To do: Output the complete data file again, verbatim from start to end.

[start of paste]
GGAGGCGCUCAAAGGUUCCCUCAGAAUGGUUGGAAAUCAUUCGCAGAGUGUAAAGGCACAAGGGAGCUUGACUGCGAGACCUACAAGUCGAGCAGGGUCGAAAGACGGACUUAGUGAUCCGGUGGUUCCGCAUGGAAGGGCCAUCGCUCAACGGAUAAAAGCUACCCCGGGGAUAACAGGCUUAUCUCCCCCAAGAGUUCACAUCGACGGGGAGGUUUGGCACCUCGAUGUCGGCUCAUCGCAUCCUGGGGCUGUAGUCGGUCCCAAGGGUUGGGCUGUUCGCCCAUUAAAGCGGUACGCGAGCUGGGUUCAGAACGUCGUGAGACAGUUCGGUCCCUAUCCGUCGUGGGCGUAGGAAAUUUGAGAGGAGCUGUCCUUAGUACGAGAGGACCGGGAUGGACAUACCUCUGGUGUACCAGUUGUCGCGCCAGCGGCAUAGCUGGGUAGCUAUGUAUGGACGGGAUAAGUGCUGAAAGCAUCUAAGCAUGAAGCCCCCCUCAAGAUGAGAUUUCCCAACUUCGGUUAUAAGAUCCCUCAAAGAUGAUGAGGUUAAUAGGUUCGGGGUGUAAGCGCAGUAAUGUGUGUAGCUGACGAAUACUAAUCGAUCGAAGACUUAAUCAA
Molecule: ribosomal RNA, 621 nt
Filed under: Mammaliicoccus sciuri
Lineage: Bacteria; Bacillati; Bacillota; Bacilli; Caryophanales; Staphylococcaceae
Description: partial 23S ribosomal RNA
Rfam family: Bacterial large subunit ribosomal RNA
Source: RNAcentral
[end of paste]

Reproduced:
GGAGGCGCUCAAAGGUUCCCUCAGAAUGGUUGGAAAUCAUUCGCAGAGUGUAAAGGCACAAGGGAGCUUGACUGCGAGACCUACAAGUCGAGCAGGGUCGAAAGACGGACUUAGUGAUCCGGUGGUUCCGCAUGGAAGGGCCAUCGCUCAACGGAUAAAAGCUACCCCGGGGAUAACAGGCUUAUCUCCCCCAAGAGUUCACAUCGACGGGGAGGUUUGGCACCUCGAUGUCGGCUCAUCGCAUCCUGGGGCUGUAGUCGGUCCCAAGGGUUGGGCUGUUCGCCCAUUAAAGCGGUACGCGAGCUGGGUUCAGAACGUCGUGAGACAGUUCGGUCCCUAUCCGUCGUGGGCGUAGGAAAUUUGAGAGGAGCUGUCCUUAGUACGAGAGGACCGGGAUGGACAUACCUCUGGUGUACCAGUUGUCGCGCCAGCGGCAUAGCUGGGUAGCUAUGUAUGGACGGGAUAAGUGCUGAAAGCAUCUAAGCAUGAAGCCCCCCUCAAGAUGAGAUUUCCCAACUUCGGUUAUAAGAUCCCUCAAAGAUGAUGAGGUUAAUAGGUUCGGGGUGUAAGCGCAGUAAUGUGUGUAGCUGACGAAUACUAAUCGAUCGAAGACUUAAUCAA
Molecule: ribosomal RNA, 621 nt
Filed under: Mammaliicoccus sciuri
Lineage: Bacteria; Bacillati; Bacillota; Bacilli; Caryophanales; Staphylococcaceae
Description: partial 23S ribosomal RNA
Rfam family: Bacterial large subunit ribosomal RNA
Source: RNAcentral